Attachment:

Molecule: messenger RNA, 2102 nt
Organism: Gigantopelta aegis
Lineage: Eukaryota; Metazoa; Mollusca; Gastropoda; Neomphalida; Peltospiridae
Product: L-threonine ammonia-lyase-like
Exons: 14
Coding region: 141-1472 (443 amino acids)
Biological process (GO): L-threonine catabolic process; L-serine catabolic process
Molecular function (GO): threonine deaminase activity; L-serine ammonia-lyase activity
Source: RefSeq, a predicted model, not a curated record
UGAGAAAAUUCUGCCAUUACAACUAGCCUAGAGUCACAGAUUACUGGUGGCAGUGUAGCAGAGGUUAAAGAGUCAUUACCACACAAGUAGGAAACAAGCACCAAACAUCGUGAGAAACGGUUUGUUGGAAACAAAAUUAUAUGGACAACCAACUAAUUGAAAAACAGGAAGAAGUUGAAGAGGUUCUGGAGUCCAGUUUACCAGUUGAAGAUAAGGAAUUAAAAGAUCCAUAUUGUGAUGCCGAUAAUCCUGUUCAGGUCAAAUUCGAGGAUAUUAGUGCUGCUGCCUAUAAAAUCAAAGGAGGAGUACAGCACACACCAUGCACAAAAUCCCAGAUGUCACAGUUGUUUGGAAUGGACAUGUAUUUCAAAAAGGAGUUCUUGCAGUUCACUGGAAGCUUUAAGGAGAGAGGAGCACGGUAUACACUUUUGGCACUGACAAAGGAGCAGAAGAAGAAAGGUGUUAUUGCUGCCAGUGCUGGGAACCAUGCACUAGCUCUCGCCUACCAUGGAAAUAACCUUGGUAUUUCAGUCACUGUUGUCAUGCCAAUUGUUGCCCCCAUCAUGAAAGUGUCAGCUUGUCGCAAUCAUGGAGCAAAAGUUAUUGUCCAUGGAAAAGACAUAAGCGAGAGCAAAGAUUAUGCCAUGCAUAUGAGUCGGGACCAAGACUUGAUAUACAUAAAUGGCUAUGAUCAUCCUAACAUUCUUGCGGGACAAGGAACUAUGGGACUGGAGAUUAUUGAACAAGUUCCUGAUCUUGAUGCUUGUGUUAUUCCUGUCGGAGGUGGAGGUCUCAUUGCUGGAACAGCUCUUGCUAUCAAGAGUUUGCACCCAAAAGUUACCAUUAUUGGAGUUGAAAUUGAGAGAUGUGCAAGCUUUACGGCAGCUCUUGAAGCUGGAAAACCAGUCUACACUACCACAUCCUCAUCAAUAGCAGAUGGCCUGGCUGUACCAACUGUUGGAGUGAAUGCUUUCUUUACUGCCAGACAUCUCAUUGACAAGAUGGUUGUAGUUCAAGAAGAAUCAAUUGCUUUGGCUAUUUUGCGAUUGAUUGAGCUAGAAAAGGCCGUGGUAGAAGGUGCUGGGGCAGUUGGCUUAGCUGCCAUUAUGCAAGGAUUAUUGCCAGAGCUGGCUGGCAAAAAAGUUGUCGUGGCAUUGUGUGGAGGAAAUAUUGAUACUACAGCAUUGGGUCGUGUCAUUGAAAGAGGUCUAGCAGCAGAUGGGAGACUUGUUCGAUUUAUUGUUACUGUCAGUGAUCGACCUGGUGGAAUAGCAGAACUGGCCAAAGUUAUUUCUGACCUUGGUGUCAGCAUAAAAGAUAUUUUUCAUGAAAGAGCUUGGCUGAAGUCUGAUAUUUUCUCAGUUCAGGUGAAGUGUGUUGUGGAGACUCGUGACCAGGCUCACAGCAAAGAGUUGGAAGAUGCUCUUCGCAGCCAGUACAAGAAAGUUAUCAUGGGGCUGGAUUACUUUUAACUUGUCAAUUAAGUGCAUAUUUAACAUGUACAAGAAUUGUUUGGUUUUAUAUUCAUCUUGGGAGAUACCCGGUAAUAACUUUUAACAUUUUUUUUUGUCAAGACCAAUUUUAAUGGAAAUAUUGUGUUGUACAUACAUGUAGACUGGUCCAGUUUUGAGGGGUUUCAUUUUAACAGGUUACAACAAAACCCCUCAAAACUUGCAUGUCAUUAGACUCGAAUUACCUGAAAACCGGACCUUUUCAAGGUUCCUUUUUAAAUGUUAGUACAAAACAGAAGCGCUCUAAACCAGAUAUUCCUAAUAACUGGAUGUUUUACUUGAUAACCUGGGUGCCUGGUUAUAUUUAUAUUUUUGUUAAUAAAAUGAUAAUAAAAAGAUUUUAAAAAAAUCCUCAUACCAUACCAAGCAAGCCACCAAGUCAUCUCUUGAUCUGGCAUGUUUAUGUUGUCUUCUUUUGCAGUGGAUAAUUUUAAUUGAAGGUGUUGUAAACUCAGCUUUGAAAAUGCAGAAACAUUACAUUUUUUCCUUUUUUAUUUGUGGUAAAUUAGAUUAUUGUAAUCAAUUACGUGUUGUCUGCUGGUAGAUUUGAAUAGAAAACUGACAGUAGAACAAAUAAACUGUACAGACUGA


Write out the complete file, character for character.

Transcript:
Molecule: messenger RNA, 2102 nt
Organism: Gigantopelta aegis
Lineage: Eukaryota; Metazoa; Mollusca; Gastropoda; Neomphalida; Peltospiridae
Product: L-threonine ammonia-lyase-like
Exons: 14
Coding region: 141-1472 (443 amino acids)
Biological process (GO): L-threonine catabolic process; L-serine catabolic process
Molecular function (GO): threonine deaminase activity; L-serine ammonia-lyase activity
Source: RefSeq, a predicted model, not a curated record
UGAGAAAAUUCUGCCAUUACAACUAGCCUAGAGUCACAGAUUACUGGUGGCAGUGUAGCAGAGGUUAAAGAGUCAUUACCACACAAGUAGGAAACAAGCACCAAACAUCGUGAGAAACGGUUUGUUGGAAACAAAAUUAUAUGGACAACCAACUAAUUGAAAAACAGGAAGAAGUUGAAGAGGUUCUGGAGUCCAGUUUACCAGUUGAAGAUAAGGAAUUAAAAGAUCCAUAUUGUGAUGCCGAUAAUCCUGUUCAGGUCAAAUUCGAGGAUAUUAGUGCUGCUGCCUAUAAAAUCAAAGGAGGAGUACAGCACACACCAUGCACAAAAUCCCAGAUGUCACAGUUGUUUGGAAUGGACAUGUAUUUCAAAAAGGAGUUCUUGCAGUUCACUGGAAGCUUUAAGGAGAGAGGAGCACGGUAUACACUUUUGGCACUGACAAAGGAGCAGAAGAAGAAAGGUGUUAUUGCUGCCAGUGCUGGGAACCAUGCACUAGCUCUCGCCUACCAUGGAAAUAACCUUGGUAUUUCAGUCACUGUUGUCAUGCCAAUUGUUGCCCCCAUCAUGAAAGUGUCAGCUUGUCGCAAUCAUGGAGCAAAAGUUAUUGUCCAUGGAAAAGACAUAAGCGAGAGCAAAGAUUAUGCCAUGCAUAUGAGUCGGGACCAAGACUUGAUAUACAUAAAUGGCUAUGAUCAUCCUAACAUUCUUGCGGGACAAGGAACUAUGGGACUGGAGAUUAUUGAACAAGUUCCUGAUCUUGAUGCUUGUGUUAUUCCUGUCGGAGGUGGAGGUCUCAUUGCUGGAACAGCUCUUGCUAUCAAGAGUUUGCACCCAAAAGUUACCAUUAUUGGAGUUGAAAUUGAGAGAUGUGCAAGCUUUACGGCAGCUCUUGAAGCUGGAAAACCAGUCUACACUACCACAUCCUCAUCAAUAGCAGAUGGCCUGGCUGUACCAACUGUUGGAGUGAAUGCUUUCUUUACUGCCAGACAUCUCAUUGACAAGAUGGUUGUAGUUCAAGAAGAAUCAAUUGCUUUGGCUAUUUUGCGAUUGAUUGAGCUAGAAAAGGCCGUGGUAGAAGGUGCUGGGGCAGUUGGCUUAGCUGCCAUUAUGCAAGGAUUAUUGCCAGAGCUGGCUGGCAAAAAAGUUGUCGUGGCAUUGUGUGGAGGAAAUAUUGAUACUACAGCAUUGGGUCGUGUCAUUGAAAGAGGUCUAGCAGCAGAUGGGAGACUUGUUCGAUUUAUUGUUACUGUCAGUGAUCGACCUGGUGGAAUAGCAGAACUGGCCAAAGUUAUUUCUGACCUUGGUGUCAGCAUAAAAGAUAUUUUUCAUGAAAGAGCUUGGCUGAAGUCUGAUAUUUUCUCAGUUCAGGUGAAGUGUGUUGUGGAGACUCGUGACCAGGCUCACAGCAAAGAGUUGGAAGAUGCUCUUCGCAGCCAGUACAAGAAAGUUAUCAUGGGGCUGGAUUACUUUUAACUUGUCAAUUAAGUGCAUAUUUAACAUGUACAAGAAUUGUUUGGUUUUAUAUUCAUCUUGGGAGAUACCCGGUAAUAACUUUUAACAUUUUUUUUUGUCAAGACCAAUUUUAAUGGAAAUAUUGUGUUGUACAUACAUGUAGACUGGUCCAGUUUUGAGGGGUUUCAUUUUAACAGGUUACAACAAAACCCCUCAAAACUUGCAUGUCAUUAGACUCGAAUUACCUGAAAACCGGACCUUUUCAAGGUUCCUUUUUAAAUGUUAGUACAAAACAGAAGCGCUCUAAACCAGAUAUUCCUAAUAACUGGAUGUUUUACUUGAUAACCUGGGUGCCUGGUUAUAUUUAUAUUUUUGUUAAUAAAAUGAUAAUAAAAAGAUUUUAAAAAAAUCCUCAUACCAUACCAAGCAAGCCACCAAGUCAUCUCUUGAUCUGGCAUGUUUAUGUUGUCUUCUUUUGCAGUGGAUAAUUUUAAUUGAAGGUGUUGUAAACUCAGCUUUGAAAAUGCAGAAACAUUACAUUUUUUCCUUUUUUAUUUGUGGUAAAUUAGAUUAUUGUAAUCAAUUACGUGUUGUCUGCUGGUAGAUUUGAAUAGAAAACUGACAGUAGAACAAAUAAACUGUACAGACUGA